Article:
As mentioned, GuitarJack 2 has an ⅛" stereo mic input with software controls to use mono, dual-mono or stereo input depending on whether or not you are using the ¼" input at the same.

When we used our old mono condenser mic (XLR to ¼" mono) we couldn't get it to work using both of the GuitarJack 2's inputs (for example vocals and guitar, or vocals and output from an iPad for video demos).

Our old mic and XLR to stereo jack cableThe 'Both Inputs' mode on GuitarJack 2 seems to take the Right channel only from the stereo mic input and our mic was only showing up on the left.

After playing with lots of of step-down/mono/stereo adapter combinations we gave up and ordered an XLR to stereo ⅛" cable that is bridged, so the mono signal is split into a left and right channel output. This worked wonderfully.

So how did the microphone sound? We compared GuitarJack 2's input to the nearest headphone jack competitor we had, the iRig Mic from IK Multimedia. This device also has three hardware switchable sensitivity settings, as does GuitarJack 2 (via the software control panel).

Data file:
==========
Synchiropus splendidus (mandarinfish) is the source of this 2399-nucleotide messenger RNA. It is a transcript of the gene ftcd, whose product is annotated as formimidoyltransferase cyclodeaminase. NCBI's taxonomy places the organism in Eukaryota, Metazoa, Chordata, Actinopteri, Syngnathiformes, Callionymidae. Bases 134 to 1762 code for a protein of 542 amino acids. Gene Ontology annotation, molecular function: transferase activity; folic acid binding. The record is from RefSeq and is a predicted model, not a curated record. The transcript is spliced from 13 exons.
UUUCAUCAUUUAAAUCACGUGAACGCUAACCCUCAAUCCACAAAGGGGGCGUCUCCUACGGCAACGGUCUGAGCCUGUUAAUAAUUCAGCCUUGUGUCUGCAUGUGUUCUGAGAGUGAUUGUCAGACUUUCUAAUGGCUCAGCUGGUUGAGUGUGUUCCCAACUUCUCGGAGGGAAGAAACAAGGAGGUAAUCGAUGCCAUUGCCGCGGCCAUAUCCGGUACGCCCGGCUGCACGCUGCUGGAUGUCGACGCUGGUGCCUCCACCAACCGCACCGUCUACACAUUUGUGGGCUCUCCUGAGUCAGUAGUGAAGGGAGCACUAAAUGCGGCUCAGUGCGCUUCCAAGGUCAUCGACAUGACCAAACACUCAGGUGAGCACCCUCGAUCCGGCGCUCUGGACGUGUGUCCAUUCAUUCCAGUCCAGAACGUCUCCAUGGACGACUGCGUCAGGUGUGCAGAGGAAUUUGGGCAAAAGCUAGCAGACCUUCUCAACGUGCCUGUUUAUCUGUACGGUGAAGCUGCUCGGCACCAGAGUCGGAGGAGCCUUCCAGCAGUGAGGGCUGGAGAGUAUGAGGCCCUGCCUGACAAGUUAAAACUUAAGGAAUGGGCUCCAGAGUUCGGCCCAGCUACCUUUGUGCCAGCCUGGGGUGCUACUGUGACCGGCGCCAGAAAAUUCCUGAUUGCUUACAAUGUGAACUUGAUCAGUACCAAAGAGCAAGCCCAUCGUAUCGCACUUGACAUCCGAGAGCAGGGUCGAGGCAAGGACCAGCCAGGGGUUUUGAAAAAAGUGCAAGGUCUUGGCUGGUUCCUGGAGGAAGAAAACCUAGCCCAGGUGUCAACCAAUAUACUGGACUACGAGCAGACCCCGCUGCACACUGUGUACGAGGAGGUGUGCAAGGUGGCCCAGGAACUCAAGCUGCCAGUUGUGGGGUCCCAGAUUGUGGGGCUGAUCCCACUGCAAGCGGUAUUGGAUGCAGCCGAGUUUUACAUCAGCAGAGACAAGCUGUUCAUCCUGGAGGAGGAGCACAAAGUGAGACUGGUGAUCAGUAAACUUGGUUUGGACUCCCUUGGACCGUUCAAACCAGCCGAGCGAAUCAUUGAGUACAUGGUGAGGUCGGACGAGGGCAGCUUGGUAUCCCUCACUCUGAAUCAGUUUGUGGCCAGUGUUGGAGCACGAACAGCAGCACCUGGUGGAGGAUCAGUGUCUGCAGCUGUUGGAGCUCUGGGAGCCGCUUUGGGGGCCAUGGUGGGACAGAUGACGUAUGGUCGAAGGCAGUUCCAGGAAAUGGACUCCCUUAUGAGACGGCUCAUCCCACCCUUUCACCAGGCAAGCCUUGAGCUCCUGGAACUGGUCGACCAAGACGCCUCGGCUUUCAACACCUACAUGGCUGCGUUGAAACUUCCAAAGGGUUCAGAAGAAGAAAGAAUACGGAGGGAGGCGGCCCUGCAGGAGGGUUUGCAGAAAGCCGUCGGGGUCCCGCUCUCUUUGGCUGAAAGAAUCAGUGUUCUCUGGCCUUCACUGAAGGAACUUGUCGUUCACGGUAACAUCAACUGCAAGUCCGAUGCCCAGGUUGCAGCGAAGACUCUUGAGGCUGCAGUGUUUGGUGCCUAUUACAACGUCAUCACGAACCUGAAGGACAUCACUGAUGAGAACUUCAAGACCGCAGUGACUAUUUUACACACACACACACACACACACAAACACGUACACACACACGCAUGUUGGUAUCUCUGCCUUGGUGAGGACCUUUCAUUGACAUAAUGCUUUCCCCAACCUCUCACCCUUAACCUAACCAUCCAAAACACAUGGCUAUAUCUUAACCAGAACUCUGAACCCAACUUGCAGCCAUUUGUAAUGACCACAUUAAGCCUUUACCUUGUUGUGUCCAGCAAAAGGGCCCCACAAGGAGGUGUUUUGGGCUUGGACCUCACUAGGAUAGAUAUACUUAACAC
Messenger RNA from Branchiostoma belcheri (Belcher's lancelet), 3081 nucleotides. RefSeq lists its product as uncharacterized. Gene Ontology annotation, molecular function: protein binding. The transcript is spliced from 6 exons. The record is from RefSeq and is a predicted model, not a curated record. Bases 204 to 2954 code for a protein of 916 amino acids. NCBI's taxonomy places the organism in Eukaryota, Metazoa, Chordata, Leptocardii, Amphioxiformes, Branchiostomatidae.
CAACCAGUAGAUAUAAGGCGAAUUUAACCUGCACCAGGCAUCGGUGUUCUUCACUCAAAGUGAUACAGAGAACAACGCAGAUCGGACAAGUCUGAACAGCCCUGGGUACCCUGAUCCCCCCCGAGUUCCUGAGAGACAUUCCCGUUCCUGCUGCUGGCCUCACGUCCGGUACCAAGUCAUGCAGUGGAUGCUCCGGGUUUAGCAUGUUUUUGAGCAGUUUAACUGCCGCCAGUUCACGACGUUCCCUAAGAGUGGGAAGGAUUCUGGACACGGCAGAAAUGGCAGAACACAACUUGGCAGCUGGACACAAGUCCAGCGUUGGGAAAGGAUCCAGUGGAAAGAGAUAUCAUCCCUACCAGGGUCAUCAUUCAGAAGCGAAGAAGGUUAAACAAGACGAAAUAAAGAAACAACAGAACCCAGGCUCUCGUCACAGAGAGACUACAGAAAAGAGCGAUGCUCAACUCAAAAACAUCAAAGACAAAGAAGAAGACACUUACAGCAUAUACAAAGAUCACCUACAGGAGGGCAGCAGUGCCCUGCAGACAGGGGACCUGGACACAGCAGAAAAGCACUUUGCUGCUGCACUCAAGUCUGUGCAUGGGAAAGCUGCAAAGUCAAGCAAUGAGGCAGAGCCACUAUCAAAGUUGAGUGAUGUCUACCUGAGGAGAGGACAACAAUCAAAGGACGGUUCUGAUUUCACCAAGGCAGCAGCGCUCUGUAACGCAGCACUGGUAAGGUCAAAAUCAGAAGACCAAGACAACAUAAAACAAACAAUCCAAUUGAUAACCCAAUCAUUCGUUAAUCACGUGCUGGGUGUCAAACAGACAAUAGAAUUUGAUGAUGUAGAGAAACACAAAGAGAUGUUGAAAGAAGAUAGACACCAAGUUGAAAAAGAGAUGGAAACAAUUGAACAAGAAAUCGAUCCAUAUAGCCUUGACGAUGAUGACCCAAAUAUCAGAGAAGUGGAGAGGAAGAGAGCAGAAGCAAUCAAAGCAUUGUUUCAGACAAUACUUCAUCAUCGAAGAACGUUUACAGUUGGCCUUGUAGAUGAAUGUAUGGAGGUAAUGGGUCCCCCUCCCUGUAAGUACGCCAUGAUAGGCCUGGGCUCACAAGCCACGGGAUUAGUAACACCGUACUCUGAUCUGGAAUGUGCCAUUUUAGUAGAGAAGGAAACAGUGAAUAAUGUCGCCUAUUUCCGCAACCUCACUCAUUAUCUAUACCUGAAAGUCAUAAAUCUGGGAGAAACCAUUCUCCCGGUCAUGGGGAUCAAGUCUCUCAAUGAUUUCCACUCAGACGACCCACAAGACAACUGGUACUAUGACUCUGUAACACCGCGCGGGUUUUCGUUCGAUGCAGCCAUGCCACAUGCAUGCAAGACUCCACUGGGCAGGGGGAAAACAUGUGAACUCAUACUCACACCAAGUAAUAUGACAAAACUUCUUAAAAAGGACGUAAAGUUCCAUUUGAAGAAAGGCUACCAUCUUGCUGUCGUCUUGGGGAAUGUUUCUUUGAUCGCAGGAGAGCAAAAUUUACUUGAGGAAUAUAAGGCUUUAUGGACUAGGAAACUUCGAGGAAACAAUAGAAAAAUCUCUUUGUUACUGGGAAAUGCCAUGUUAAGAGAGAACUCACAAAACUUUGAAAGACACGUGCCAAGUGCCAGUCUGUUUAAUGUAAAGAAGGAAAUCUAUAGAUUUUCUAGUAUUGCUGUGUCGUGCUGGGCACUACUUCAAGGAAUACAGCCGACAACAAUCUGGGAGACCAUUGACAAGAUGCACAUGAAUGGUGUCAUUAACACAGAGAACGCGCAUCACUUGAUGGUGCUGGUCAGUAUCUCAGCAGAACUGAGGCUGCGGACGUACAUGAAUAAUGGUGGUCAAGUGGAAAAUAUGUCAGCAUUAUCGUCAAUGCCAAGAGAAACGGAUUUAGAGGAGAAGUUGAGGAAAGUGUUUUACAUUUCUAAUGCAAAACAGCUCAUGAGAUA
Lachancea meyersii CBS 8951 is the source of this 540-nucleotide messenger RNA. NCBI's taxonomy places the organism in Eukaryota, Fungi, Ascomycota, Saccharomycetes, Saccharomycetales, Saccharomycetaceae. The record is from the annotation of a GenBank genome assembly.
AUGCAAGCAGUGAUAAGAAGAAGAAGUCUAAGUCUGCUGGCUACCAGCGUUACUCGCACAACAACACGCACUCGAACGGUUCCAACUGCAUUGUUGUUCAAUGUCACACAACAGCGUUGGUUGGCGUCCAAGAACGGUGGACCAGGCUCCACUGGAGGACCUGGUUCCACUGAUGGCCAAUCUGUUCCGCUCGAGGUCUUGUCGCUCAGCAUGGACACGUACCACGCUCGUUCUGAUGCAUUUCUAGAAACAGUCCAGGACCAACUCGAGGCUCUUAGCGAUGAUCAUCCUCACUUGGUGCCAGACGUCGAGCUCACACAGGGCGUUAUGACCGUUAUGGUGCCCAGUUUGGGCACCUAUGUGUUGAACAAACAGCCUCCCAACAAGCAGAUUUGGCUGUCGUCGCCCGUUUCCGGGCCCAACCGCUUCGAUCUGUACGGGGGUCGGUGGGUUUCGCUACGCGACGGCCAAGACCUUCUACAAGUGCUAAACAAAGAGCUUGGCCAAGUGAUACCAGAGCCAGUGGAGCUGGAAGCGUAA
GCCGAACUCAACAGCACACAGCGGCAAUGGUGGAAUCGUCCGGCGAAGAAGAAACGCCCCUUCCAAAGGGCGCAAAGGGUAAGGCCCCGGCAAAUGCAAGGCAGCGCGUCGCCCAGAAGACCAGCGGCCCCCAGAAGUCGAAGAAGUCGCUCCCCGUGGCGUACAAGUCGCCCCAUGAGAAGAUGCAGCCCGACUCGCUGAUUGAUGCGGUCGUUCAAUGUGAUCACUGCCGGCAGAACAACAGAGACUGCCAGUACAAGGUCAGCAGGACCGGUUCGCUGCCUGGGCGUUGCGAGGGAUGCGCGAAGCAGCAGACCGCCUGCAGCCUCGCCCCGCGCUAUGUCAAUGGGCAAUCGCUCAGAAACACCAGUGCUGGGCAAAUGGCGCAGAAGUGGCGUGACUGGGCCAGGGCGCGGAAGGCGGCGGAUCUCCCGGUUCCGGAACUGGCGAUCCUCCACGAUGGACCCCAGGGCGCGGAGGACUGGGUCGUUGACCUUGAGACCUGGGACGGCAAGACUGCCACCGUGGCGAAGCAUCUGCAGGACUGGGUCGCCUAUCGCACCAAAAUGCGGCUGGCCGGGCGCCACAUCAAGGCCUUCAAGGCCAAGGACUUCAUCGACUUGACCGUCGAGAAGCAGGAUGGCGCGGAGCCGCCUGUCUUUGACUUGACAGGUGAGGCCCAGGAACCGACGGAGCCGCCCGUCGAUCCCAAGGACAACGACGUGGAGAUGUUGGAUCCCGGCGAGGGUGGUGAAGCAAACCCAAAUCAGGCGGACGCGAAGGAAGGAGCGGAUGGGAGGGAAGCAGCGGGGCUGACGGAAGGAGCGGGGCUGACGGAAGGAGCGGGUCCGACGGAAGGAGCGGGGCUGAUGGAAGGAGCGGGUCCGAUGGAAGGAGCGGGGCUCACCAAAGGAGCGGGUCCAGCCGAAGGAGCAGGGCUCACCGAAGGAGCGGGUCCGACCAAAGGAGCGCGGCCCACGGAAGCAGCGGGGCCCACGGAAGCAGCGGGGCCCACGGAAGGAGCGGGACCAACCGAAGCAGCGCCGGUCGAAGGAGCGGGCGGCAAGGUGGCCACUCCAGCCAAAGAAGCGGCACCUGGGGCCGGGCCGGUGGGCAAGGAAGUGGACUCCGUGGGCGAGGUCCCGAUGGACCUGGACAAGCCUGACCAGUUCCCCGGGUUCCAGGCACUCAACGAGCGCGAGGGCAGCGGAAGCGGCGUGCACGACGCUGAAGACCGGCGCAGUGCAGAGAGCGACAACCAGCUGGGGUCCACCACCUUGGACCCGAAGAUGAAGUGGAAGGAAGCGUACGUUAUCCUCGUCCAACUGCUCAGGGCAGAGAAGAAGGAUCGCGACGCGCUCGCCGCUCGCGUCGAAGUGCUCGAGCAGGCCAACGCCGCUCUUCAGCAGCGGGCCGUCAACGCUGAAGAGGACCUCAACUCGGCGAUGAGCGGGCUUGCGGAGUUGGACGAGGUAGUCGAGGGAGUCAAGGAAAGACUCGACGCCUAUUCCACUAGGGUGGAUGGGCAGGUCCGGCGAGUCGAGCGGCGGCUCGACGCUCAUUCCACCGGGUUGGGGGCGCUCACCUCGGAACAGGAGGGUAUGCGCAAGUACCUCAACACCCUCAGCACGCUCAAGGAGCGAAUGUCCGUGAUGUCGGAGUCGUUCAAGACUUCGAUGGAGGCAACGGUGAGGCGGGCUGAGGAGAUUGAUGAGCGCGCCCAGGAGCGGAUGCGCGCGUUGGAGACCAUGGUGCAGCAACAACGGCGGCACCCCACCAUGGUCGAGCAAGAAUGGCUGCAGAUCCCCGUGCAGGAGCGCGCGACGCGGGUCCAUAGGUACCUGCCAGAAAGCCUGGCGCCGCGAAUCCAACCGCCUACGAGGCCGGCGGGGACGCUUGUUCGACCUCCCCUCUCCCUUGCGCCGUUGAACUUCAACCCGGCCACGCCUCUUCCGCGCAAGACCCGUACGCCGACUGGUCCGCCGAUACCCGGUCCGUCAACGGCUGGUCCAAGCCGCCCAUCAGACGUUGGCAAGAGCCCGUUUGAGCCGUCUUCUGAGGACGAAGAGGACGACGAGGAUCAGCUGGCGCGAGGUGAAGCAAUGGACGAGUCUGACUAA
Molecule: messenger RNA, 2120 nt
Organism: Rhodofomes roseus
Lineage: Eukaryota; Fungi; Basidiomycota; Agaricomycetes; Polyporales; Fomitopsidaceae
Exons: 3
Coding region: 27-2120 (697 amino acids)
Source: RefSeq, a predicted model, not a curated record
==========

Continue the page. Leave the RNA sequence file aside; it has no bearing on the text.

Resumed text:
We wanted to specifically show you what the noise levels were like on each setting. We strongly recommend you listen with headphones to more effectively hear the comparisons.

First, the iRig Mic:

And here's our inexpensive mono condenser mic connected to the ⅛" stereo socket on GuitarJack 2:

Hopefully the difference is obvious, especially on the high sensitivity setting used at the end of our audio. GuitarJack 2's noise-free audio is clearly evident here in the second example.

Further testing underway

We are still conducting various 'real world' tests with GuitarJack 2, especially using dual inputs for videos of the iPad in action recorded on the iPhone 4, as well as the GuitarTone software that only works with FourTrack currently, but hopefully with StudioTrack on the iPad very soon.

As soon as we have more to show you we will let you know.

Final thoughts

In our opinion, audio recorded via the GuitarJack 2 sounds better, cleaner, more dynamic and more reliably useable than that of any other audio interface we have used for iOS devices.